We found the audited agencies lacked policies or guidelines that established criteria for a legacy application. We interviewed IT staff and found each held a different view of what constituted a legacy application. These views were inconsistent even within the same agency.
The OCIO has set out certain characteristics of outdated applications in its biennial report on the state's IT landscape. However, these characteristics have not yet been formalized. Issuing statewide policy or guidance could help agencies define and identify legacy applications.
Inventory and monitor costs
Once they identify outdated applications, agencies should maintain accurate and complete IT application inventories. Doing so can help management make informed decisions about benefits and risks of maintaining them versus the expense of doing so.
We found agencies’ IT application inventory records were incomplete and contained inaccurate information. The reasons for this varied, but largely due to insufficient staffing, competing priorities and a lack of oversight. Incomplete and inaccurate inventories limit management’s ability to make informed decisions. In addition, faulty inventories affect the accuracy of statewide inventory records.
Another essential aspect of ensuring a complete record for each application is to examine maintenance costs. We also found agencies did not periodically identify, calculate or monitor the maintenance cost for each IT application accurately and completely. Agencies said because they did not prioritize resources for monitoring maintenance costs due to competing demands for limited resources.
Conduct period assessments
The OCIO requires state agencies to conduct two types of application assessments – risk and security. The evaluations help them identify potential problems relating to application security and business objectives.
We found two agencies did not perform formal risk assessments on applications. While the third agency does conduct some formal risk assessments, it could improve its process by following state requirements.
We also found all three agencies periodically conducted state-required security assessments on IT devices and infrastructure, but not on applications. They also did not routinely document how they manage vulnerabilities.
These gaps between OCIO standards and agency assessments were due to a misunderstanding of the full requirements, insufficient staffing and competing priorities. Ultimately, our review of agencies’ own vulnerability scanning of servers identified potential security issues for their applications.
Leading practices established for federal agencies advise them to consider the range of options available to mitigate the risks associated with their legacy applications. There are effectively four strategies to deal with the risks an organization has already identified:
- Accept the risks and do not act. Deciding to accept the risks associated with the legacy application and do nothing is still making an active choice.
- Update the legacy system. Update the application to improve its ability to handle the risks. This option does not provide new functionality but simply eliminates or reduces the risks associated with the existing functionality.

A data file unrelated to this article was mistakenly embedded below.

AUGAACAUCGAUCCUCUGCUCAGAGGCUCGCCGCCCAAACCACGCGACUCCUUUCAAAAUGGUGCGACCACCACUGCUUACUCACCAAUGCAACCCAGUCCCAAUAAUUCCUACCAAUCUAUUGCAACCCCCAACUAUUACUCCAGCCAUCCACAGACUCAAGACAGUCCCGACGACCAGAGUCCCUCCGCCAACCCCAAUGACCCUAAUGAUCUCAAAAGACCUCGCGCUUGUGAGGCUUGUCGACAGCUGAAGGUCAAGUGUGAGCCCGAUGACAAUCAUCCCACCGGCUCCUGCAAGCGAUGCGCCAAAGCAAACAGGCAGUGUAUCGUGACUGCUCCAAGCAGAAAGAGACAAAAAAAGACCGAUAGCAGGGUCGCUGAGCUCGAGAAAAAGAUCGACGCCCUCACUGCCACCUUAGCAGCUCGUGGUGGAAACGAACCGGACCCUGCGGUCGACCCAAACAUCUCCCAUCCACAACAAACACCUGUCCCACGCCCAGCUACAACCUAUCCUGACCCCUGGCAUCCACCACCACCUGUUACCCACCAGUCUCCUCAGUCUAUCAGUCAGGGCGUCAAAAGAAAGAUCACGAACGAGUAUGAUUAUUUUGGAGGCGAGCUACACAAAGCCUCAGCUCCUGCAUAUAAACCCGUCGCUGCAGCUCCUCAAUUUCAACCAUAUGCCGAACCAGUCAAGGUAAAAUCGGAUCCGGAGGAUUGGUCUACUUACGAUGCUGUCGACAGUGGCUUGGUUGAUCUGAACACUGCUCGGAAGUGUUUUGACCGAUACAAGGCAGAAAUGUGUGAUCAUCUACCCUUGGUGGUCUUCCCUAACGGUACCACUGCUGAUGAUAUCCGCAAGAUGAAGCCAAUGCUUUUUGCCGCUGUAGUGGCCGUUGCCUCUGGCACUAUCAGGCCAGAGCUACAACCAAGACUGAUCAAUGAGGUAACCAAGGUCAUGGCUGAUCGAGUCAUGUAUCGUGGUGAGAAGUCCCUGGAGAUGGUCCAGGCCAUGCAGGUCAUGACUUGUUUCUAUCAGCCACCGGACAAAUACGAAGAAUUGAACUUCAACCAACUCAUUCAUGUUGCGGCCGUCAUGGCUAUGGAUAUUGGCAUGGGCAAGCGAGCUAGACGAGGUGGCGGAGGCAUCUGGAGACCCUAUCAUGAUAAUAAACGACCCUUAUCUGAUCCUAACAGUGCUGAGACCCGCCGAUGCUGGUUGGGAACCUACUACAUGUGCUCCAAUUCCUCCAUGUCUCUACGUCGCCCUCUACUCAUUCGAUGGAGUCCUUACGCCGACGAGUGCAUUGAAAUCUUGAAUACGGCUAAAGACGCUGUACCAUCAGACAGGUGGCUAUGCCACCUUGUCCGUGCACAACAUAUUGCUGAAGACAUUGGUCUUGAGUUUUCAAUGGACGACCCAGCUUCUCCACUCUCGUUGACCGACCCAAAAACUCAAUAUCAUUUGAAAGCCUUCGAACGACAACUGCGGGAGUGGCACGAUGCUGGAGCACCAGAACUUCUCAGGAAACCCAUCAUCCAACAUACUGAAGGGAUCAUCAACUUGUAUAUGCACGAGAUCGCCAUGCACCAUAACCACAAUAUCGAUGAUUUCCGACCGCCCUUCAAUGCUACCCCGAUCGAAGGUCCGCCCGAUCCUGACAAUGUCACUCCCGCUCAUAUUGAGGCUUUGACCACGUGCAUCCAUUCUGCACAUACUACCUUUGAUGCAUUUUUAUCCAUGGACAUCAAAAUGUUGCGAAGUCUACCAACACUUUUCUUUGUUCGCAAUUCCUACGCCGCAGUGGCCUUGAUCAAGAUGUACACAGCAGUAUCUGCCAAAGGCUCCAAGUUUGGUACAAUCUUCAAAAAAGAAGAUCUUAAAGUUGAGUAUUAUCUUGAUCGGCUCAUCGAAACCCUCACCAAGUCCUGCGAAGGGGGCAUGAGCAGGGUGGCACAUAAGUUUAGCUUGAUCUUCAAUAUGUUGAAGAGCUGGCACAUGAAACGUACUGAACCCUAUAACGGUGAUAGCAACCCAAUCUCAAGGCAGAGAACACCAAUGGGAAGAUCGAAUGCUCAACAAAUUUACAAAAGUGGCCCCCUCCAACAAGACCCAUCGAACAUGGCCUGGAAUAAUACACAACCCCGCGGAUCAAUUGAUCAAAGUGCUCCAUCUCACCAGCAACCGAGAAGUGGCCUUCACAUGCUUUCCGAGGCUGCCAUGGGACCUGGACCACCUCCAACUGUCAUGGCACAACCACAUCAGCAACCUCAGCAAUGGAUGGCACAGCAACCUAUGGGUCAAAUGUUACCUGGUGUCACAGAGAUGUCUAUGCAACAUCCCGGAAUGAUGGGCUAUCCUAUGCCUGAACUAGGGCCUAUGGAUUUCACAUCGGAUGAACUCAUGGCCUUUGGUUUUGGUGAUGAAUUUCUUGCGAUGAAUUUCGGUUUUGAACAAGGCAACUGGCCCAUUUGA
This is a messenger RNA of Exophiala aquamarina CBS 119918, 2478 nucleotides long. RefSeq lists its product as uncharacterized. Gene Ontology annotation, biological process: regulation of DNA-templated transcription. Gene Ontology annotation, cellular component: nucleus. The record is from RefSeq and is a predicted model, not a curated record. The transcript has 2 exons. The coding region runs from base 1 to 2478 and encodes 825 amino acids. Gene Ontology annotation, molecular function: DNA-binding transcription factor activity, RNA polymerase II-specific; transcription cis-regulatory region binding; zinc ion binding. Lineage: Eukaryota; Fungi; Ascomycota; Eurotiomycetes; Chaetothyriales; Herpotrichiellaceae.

- Enhance the legacy system. In this option, the enhancements replace some elements of the application or add new functionality to address risks. Doing so retains the basic technology underpinning the application.
- Replace the legacy system. Plan to retire and replace the legacy application with new, more advanced technology.
Agencies should not make the final decision about which strategy to pursue without sufficient analysis. Typically, analyses should examine the risks, costs, and ultimate best value or return-on-investment that each choice offers.
As part of the audit, we reviewed six IT modernization projects – two for each of the audited agencies – to see how each agency had arrived at its decisions. We found only one project where an agency had sufficiently analyzed all available options for modernization. Washington agencies could improve their decision-making process for choosing modernization options by conducting sufficient analyses and recording them.
We made a series of recommendations to the three audited state agencies to better identify legacy applications and address risks associated with them. For example, we recommended that agencies develop a way to identify and track these applications. They should also perform both application risk and security assessments that align with state requirements.
We also made a recommendation to the Office of Chief Information Officer. We noted it could help agencies better identify and track legacy applications by implementing a statewide standard and policy.
Finally, we issued guidance that all state agencies consider the recommendations as they develop and implement their controls to manage legacy applications. The controls could also help local governments improve their own management of older IT applications. Read more in a new resource published through our Center for Government Innovation.